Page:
Now and again, an advertisement comes along that tells a magical tale. Years ago, a short ad which aired during the Super Bowl featured a cancer patient whose husband supports her while a song capturing the emotion of such a connection plays (watch it here). The Coca-Cola ad featuring Pittsburgh Steeler Joe Greene tossing his jersey to a hero-worshipping boy made an impact in 1979 (watch it here).
Leave it to the ingenious Elton John (The Diving Board, Made in England, The Union) to create such an ad. With the John Lewis ad agency, he’s made an indelible Christmas advertisement for his final Yellow Brick Road tour which at once combines virtues with the commercialism of Christmas.
Typical of Elton John, whose triumphant, inspiring life story was the subject of one of my first chosen writing assignments, the video (watch the ad by clicking on the image at left) bucks the status quo. Elton John’s video glorifies the life-changing power of a material possession as a Christmas present. Indeed, the advertisement depicts the bestowing of a gift of extravagance. The gift, shown as both the climax and origin of an unforgettable story and larger than life career, nested in the music of one of Elton John’s most haunting and romantic songs, is exactly the type of Christmas present the anti-capitalist preachers denounce and rail against every holiday season.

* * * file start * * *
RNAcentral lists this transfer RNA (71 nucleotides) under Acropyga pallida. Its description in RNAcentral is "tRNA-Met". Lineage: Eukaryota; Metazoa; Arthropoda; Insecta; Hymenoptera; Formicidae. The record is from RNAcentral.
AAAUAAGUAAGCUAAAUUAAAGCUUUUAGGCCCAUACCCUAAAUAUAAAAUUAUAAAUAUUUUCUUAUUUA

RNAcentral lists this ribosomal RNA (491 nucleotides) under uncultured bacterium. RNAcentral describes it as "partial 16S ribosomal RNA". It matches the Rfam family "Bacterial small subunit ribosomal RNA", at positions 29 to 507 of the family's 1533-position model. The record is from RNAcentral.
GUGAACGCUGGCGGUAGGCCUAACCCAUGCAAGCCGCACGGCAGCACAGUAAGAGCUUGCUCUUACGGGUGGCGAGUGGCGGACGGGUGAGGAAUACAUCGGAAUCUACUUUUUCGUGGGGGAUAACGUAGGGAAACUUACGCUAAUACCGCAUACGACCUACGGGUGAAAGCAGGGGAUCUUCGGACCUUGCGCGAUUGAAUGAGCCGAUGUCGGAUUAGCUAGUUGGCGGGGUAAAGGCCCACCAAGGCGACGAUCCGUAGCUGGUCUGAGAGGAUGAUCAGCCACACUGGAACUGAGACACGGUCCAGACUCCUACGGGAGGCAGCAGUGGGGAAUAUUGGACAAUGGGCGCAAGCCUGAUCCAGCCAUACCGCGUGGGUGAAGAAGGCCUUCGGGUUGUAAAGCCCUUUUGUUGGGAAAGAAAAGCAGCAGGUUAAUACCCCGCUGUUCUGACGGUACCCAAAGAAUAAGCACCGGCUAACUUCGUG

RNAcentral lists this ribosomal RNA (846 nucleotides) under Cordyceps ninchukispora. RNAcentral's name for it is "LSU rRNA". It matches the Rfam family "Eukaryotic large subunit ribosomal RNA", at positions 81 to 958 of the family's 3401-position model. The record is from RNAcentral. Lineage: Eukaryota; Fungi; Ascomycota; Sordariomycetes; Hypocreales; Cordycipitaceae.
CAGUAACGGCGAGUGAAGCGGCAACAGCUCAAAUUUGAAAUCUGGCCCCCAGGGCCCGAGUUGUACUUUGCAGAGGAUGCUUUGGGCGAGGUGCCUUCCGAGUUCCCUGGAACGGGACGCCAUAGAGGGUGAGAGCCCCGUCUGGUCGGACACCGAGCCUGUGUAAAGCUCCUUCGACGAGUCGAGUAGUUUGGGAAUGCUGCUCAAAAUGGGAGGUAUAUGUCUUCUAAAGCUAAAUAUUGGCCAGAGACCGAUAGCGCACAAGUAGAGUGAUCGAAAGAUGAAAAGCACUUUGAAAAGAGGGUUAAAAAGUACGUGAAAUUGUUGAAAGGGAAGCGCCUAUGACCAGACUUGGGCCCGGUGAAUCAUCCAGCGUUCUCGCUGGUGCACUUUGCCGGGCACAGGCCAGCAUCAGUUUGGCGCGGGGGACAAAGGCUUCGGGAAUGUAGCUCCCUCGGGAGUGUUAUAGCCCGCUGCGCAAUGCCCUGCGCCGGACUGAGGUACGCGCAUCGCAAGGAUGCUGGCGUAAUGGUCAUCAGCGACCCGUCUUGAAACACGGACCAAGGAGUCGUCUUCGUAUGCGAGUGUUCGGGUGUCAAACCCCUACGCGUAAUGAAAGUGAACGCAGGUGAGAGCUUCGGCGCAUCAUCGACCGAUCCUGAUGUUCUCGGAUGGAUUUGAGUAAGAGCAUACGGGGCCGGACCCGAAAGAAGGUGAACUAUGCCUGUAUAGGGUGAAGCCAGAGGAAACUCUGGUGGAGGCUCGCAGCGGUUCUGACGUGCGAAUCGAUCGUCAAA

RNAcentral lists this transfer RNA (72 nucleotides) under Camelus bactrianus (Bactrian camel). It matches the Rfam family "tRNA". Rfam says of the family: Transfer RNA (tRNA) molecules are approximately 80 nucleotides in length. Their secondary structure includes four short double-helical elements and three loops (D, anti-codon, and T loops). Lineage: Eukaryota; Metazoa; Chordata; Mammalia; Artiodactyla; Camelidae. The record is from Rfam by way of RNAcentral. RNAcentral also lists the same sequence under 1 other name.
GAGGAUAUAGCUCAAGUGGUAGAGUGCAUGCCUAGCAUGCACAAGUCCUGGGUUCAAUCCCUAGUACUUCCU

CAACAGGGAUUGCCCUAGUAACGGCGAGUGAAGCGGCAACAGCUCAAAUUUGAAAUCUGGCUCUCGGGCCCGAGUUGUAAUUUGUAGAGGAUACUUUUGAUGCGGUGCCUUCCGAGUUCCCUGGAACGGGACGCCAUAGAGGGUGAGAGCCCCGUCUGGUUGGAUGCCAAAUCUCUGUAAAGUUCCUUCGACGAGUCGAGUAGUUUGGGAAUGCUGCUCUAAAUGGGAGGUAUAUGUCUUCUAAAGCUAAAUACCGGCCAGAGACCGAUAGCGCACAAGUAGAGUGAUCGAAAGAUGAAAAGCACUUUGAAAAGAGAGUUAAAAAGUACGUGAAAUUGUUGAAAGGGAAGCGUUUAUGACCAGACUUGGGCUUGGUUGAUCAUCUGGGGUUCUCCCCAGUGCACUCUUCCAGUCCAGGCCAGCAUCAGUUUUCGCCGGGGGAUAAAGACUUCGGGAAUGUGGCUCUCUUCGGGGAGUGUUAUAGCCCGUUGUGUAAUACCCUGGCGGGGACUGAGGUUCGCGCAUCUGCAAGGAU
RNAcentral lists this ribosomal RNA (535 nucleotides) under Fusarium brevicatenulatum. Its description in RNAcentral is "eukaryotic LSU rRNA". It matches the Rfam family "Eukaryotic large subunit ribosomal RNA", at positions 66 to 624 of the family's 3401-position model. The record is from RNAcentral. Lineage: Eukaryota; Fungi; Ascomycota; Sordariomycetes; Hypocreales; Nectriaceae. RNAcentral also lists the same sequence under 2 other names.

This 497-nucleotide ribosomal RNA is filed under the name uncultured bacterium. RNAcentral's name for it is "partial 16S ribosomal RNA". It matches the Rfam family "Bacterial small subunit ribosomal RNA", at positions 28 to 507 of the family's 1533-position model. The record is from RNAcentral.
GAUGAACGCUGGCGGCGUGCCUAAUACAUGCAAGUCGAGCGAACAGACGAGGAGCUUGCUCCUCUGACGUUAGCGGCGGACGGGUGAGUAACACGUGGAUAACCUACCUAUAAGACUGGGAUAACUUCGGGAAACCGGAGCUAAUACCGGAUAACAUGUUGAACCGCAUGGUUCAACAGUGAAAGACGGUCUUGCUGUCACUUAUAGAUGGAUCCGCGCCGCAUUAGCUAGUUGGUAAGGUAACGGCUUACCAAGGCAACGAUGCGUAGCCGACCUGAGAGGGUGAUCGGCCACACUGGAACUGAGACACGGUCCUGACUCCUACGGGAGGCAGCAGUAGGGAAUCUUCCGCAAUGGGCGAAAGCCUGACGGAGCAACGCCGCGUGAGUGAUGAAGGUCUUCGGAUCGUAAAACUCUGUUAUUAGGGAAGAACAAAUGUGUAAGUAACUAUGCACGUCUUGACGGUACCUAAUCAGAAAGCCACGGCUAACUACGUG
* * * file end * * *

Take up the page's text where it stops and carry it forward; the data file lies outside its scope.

Elton John’s ad goes deeper than superficial notions of commercialism. In powerful sound, melody and motion pictures, the ad dramatizes virtues such as pride and productiveness and examines introspection, proper parenting and the selfish pursuit of happiness. That Elton John’s promotional clip also echoes the season’s uniquely solitary moments, when the person who values the wholeness of a lifetime tends to ponder the memory and legacy of loved ones who are gone, speaks to its stark emotional power.
As Elton John embarks on his farewell tour, his Christmas-themed ad depicts the reflection, contemplation and thought about the meaning, value and intimacy of a life well lived and that which makes it possible … including the sacred commitment to achieving one’s values here on earth which, thanks only to capitalism, can culminate in the giving of something manmade, wanted and wonderful.